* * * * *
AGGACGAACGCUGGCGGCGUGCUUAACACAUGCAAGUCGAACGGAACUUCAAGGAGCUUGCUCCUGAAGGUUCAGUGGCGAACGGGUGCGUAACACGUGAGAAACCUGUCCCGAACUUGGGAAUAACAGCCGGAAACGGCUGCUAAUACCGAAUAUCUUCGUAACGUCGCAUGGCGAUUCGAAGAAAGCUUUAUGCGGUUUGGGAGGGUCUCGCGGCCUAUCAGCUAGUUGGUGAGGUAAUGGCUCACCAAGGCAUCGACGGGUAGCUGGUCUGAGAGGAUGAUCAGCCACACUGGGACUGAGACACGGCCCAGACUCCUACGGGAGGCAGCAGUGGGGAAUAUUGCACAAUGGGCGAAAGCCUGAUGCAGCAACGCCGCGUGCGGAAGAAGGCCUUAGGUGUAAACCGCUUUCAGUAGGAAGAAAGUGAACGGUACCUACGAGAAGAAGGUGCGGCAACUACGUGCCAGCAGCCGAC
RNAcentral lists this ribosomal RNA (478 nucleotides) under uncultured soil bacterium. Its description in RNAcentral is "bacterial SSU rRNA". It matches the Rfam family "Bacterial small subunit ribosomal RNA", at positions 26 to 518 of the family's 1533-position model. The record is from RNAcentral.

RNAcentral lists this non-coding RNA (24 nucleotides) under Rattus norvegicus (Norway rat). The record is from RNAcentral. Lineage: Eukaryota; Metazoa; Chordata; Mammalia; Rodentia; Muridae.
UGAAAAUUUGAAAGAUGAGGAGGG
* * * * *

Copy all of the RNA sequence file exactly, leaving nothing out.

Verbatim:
AGGACGAACGCUGGCGGCGUGCUUAACACAUGCAAGUCGAACGGAACUUCAAGGAGCUUGCUCCUGAAGGUUCAGUGGCGAACGGGUGCGUAACACGUGAGAAACCUGUCCCGAACUUGGGAAUAACAGCCGGAAACGGCUGCUAAUACCGAAUAUCUUCGUAACGUCGCAUGGCGAUUCGAAGAAAGCUUUAUGCGGUUUGGGAGGGUCUCGCGGCCUAUCAGCUAGUUGGUGAGGUAAUGGCUCACCAAGGCAUCGACGGGUAGCUGGUCUGAGAGGAUGAUCAGCCACACUGGGACUGAGACACGGCCCAGACUCCUACGGGAGGCAGCAGUGGGGAAUAUUGCACAAUGGGCGAAAGCCUGAUGCAGCAACGCCGCGUGCGGAAGAAGGCCUUAGGUGUAAACCGCUUUCAGUAGGAAGAAAGUGAACGGUACCUACGAGAAGAAGGUGCGGCAACUACGUGCCAGCAGCCGAC
RNAcentral lists this ribosomal RNA (478 nucleotides) under uncultured soil bacterium. Its description in RNAcentral is "bacterial SSU rRNA". It matches the Rfam family "Bacterial small subunit ribosomal RNA", at positions 26 to 518 of the family's 1533-position model. The record is from RNAcentral.

RNAcentral lists this non-coding RNA (24 nucleotides) under Rattus norvegicus (Norway rat). The record is from RNAcentral. Lineage: Eukaryota; Metazoa; Chordata; Mammalia; Rodentia; Muridae.
UGAAAAUUUGAAAGAUGAGGAGGG